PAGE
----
A U.S. judge has delayed ruling on the shutdown of the BlackBerry wireless e- mail service, giving the company that developed it – and its millions of owners another reprieve in a long-running patent dispute.A U.S. judge on Friday delayed ruling on the shutdown of the BlackBerry wireless e- mail service, giving the company that developed it – and its 3.2 million users in the United States – another reprieve in a long-running patent dispute.
Judge James Spencer of U.S. District Court in Richmond declined to rule on an injunction that would have forced the BlackBerry’s developer, Research In Motion, to terminate the popular service and escalated its long-running dispute with NTP. The judge said he was disappointed that Research In Motion and its adversary, NTP, had not been able to reach a settlement. He said he would first rule on the damages in the case before ruling on a shutdown.
“I am absolutely surprised that you have left this incredibly important and significant decision to the court,” Spencer said toward the end of a hearing that lasted almost four hours. “I have always thought that this decision, in the end, was a business decision.”
A few hours earlier, the U.S. Patent and Trademark Office issued a final rejection of the third NTP patent that forms the basis of the company’s case against RIM, which is based in Waterloo, Ontario. The three rulings are subject to lengthy appeals, and Spencer has said they would not influence the progress of the case he is overseeing.
News of the delay in imposing an injunction on the BlackBerry e-mail service sent shares of RIM rising $4.52 to close at $74.05 on the Nasdaq stock market.
Investors have been anxiously following the legal dispute, as have users of the BlackBerry, which include members of Congress, White House officials and Wall Street bankers, who are concerned that the service they rely on, and some acknowledge being addicted to, may be hampered.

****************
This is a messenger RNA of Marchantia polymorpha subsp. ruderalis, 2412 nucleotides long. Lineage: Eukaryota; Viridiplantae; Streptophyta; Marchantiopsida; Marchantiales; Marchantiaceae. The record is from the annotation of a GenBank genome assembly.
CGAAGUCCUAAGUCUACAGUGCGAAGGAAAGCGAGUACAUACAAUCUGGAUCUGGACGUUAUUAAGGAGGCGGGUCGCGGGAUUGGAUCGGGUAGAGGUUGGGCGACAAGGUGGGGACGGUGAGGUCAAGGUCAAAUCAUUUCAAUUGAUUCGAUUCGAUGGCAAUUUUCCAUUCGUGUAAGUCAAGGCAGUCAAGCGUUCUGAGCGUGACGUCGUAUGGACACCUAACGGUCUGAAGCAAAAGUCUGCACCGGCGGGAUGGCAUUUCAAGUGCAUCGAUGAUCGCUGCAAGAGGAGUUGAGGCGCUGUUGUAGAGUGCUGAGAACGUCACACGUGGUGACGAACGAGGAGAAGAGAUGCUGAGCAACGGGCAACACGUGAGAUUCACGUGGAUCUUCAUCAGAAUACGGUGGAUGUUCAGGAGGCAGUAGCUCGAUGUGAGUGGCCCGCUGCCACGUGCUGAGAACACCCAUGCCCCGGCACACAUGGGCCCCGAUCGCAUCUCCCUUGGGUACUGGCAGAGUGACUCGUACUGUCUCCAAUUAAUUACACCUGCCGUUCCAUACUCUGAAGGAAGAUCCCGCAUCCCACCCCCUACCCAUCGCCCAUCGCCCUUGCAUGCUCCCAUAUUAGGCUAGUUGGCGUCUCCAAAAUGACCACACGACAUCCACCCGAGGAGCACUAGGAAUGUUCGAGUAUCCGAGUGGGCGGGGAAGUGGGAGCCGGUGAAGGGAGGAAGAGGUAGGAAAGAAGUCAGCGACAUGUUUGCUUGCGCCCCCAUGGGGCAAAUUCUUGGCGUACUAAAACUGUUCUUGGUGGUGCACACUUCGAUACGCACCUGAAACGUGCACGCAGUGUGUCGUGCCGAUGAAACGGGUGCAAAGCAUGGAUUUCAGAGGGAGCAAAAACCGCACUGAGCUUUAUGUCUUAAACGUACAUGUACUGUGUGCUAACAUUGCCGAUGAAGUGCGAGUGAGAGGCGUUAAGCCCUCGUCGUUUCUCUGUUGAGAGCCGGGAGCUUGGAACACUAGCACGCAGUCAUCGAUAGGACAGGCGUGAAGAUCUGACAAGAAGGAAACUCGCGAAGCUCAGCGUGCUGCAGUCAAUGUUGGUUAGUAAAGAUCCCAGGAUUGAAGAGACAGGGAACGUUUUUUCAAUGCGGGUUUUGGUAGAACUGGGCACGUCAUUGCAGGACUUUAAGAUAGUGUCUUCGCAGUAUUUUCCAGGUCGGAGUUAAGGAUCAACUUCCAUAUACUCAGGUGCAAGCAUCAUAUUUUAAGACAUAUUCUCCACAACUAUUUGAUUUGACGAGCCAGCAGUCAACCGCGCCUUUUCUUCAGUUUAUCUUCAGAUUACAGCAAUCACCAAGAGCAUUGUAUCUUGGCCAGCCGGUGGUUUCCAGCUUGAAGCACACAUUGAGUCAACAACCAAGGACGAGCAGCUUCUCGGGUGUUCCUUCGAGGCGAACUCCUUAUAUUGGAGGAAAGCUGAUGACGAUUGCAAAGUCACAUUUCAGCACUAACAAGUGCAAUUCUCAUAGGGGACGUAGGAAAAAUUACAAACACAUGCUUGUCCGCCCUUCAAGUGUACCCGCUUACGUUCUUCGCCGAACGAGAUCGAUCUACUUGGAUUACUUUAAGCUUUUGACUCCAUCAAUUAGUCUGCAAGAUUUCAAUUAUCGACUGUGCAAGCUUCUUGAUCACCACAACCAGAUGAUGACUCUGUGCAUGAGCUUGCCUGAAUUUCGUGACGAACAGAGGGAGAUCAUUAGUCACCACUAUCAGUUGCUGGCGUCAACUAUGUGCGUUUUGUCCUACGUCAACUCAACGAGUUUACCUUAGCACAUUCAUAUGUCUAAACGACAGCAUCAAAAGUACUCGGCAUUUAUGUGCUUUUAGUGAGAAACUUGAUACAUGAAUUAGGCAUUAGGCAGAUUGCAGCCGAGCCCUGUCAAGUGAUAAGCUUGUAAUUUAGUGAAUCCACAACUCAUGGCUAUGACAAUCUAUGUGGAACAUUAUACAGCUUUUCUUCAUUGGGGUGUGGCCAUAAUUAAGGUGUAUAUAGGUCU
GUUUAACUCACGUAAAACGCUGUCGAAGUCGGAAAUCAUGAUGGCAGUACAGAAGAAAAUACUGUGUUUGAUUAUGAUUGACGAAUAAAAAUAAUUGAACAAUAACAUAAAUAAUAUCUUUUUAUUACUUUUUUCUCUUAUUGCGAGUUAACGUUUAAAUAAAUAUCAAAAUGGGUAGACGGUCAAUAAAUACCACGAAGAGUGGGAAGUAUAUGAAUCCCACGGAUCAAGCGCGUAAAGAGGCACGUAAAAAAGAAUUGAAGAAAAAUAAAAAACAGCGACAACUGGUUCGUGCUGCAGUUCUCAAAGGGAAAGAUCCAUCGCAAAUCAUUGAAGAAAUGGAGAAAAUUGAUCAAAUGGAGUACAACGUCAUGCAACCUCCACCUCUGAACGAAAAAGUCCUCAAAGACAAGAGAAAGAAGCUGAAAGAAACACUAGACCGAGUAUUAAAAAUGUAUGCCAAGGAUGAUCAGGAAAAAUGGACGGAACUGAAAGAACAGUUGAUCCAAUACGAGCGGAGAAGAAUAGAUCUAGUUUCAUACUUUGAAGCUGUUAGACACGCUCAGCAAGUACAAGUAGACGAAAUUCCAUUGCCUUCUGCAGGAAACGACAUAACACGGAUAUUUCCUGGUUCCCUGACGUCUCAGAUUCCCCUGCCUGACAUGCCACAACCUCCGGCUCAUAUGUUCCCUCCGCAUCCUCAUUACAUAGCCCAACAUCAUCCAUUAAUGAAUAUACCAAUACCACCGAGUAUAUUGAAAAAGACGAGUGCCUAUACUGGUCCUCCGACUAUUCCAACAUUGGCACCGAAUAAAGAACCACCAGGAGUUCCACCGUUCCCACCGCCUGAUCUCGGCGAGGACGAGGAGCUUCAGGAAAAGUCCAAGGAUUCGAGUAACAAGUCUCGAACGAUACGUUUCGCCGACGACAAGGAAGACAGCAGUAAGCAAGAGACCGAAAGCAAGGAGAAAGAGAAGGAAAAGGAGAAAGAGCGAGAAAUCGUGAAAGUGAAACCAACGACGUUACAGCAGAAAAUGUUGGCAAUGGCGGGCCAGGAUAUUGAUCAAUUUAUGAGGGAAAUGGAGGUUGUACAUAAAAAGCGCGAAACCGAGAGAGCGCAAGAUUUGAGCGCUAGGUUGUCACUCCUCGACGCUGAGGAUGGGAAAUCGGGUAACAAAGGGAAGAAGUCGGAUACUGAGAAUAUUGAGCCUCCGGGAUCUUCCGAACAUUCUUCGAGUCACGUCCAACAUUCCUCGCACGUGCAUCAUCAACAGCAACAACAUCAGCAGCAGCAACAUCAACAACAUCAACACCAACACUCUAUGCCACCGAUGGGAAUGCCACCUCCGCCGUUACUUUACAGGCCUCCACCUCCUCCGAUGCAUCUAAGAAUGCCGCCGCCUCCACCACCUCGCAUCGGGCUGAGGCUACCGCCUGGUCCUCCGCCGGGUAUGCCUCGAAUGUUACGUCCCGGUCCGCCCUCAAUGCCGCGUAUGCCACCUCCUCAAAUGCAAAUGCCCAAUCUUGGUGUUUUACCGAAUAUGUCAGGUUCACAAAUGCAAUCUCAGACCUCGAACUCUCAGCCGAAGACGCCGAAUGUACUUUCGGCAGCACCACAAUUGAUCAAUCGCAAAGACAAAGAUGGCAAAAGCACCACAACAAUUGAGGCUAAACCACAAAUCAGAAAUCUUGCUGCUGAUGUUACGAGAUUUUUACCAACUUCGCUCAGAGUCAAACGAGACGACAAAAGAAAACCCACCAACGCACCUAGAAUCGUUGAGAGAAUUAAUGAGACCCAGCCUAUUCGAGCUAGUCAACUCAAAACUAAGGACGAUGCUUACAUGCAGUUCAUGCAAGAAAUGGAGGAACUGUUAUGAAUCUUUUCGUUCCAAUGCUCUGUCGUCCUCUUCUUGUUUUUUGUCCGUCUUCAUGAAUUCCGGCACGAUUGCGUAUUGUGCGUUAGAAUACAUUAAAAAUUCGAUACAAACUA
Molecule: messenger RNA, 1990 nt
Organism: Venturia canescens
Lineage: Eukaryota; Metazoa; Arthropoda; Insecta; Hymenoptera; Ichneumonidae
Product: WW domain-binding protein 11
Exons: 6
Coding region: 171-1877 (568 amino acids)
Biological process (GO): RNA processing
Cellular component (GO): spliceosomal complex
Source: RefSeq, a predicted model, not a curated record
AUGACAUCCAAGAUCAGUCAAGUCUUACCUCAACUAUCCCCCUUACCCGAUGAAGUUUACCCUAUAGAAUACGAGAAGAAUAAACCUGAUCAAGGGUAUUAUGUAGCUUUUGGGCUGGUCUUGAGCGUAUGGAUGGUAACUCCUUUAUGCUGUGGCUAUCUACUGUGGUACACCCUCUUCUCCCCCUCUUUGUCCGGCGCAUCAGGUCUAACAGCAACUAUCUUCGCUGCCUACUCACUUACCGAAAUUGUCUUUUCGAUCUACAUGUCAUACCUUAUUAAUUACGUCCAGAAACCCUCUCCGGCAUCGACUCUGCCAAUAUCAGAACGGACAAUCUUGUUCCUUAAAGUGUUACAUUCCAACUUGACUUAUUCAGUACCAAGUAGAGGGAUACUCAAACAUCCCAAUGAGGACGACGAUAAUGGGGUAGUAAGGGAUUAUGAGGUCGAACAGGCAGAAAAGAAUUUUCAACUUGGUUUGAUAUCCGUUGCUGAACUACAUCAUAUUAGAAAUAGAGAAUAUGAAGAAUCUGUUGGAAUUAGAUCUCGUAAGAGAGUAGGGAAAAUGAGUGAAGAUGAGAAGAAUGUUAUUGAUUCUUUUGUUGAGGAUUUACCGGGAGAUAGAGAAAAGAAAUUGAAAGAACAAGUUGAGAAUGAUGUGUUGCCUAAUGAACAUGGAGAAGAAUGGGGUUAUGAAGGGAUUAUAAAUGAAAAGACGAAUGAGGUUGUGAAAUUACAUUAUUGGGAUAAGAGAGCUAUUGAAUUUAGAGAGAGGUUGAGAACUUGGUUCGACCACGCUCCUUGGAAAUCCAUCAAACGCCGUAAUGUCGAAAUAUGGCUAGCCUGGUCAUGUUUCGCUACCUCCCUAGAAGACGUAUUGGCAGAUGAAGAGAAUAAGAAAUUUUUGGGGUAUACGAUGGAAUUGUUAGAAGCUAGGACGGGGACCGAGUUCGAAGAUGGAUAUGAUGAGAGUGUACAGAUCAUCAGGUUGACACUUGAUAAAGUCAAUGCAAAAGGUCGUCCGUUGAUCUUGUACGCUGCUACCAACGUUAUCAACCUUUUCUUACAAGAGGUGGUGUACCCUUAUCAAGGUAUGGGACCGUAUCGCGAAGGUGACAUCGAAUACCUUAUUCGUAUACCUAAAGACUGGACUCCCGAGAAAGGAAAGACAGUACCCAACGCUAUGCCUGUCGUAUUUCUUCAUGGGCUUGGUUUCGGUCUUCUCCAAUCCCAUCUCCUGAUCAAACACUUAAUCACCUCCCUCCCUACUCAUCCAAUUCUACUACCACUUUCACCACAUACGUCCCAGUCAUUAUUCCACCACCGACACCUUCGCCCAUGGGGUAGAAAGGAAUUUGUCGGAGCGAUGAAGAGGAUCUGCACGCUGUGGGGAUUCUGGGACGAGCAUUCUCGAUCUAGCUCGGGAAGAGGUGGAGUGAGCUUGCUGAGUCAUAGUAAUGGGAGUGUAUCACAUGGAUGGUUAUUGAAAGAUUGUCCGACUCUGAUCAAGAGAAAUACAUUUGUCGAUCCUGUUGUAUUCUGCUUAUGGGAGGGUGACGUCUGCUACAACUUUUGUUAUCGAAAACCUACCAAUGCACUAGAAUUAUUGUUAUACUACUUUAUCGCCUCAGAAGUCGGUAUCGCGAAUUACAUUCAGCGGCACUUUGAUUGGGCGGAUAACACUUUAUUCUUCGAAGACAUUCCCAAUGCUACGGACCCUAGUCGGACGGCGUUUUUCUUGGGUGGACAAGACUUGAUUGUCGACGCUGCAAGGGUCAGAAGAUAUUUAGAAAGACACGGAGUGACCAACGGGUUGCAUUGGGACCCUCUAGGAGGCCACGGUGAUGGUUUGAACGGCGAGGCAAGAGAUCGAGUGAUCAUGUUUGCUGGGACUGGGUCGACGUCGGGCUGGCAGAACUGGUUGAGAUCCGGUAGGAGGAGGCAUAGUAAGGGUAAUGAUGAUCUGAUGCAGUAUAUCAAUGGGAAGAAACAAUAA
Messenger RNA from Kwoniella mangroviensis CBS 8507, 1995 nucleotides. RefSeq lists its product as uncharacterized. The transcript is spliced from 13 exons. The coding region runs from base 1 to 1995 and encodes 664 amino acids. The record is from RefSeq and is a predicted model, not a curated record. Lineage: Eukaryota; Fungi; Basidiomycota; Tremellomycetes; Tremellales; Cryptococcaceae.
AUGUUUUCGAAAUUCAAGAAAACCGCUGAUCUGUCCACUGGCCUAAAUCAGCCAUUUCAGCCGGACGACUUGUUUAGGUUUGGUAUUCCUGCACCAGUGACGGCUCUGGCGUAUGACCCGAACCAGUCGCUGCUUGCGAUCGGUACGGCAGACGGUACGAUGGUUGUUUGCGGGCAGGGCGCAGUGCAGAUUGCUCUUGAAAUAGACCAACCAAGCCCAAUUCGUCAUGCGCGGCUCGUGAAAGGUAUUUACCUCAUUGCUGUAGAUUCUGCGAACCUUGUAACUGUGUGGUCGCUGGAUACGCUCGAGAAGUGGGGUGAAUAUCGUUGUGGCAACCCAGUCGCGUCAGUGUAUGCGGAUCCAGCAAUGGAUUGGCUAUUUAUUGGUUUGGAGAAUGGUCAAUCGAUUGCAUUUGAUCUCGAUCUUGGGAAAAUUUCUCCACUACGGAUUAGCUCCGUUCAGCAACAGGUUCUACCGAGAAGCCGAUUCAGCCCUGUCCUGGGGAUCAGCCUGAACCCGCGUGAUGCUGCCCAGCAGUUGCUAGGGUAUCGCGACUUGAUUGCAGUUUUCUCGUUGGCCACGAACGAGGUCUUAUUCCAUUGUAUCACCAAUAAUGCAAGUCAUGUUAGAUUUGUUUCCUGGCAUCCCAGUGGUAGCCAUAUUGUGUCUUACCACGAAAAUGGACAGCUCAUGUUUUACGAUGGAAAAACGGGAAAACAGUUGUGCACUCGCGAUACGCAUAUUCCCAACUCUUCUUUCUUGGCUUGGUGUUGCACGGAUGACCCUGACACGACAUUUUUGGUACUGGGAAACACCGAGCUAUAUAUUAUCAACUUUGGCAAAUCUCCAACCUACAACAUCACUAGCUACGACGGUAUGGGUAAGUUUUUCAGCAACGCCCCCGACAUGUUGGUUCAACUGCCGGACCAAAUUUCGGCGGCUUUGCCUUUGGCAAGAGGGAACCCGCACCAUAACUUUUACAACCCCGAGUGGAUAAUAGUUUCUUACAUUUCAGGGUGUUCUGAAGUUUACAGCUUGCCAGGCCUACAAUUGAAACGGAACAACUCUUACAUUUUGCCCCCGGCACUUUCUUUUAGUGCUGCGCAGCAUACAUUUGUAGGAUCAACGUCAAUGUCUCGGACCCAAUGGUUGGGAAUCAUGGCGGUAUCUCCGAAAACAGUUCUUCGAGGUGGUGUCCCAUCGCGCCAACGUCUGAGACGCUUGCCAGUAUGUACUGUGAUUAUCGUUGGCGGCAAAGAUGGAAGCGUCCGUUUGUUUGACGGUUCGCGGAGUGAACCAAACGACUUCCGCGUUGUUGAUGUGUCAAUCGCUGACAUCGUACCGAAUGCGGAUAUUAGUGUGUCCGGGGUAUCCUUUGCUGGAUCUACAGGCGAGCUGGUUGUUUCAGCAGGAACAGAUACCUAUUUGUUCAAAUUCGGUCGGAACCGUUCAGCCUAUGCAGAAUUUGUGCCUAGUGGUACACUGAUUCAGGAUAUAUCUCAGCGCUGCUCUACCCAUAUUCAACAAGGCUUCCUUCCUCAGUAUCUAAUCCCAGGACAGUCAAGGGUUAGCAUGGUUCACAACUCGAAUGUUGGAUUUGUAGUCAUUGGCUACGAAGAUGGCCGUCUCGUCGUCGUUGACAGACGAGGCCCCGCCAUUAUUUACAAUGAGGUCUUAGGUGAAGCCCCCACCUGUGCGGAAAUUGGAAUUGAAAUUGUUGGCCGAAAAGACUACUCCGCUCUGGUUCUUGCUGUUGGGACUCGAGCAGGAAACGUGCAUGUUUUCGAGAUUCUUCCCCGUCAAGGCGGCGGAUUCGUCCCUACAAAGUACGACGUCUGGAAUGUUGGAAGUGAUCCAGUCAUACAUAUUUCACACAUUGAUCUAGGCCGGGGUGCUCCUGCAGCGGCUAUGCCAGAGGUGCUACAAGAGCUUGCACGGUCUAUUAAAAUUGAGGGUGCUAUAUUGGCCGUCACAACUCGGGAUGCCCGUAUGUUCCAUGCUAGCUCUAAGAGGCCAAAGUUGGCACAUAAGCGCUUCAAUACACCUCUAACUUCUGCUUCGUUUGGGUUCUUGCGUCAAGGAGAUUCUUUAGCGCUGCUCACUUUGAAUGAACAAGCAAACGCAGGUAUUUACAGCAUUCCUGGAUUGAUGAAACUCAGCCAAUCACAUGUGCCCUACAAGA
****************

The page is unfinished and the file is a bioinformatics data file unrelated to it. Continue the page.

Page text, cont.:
The courtroom here was filled to capacity with reporters and lawyers, and news trucks lined up early in the morning near the courthouse to prepare for the hearing. Some news organizations sent representatives to the courthouse as early as 3 a.m. to secure a spot in the courtroom.
After the hearing, a lawyer for RIM said it was important not to disrupt what has become a vital telecommunications service.
“Remember the test here was, will an injunction hurt the public interest,” said the lawyer, Henry Bunsow.
NTP, which is based in Arlington, Virginia, is seeking a percentage of RIM’s revenue for the life of its patents, an amount estimated by analysts at $1 billion.
“We want to keep you in business,” James Wallace, an attorney for NTP, said in reference to RIM. “It’s just time to pay up. What we have got here is a squatter.”
Even if it had lost Friday, RIM says it has developed a workaround that would allow its users to continue to receive and send e-mail without relying on technology based on the disputed patents. Users would have to download a new piece of software to their devices for the alternate system to work. NTP is expected to challenge the legal validity of the workaround.
Any shutdown would not have stopped service provided to the government and certain emergency workers, like those for the Red Cross. The shutdown also would not have affected the one million BlackBerry users in Canada, Europe and the rest of the world.
Some corporate and individual users of the BlackBerry service have purchased competing devices made by Nokia and Motorola, but many were expected to rely on RIM’s workaround. Analysts have questioned how quickly RIM would be able to move users to the alternate system, details of which the company has refused to share, and whether it would be as fast and hardy as the company’s current technology.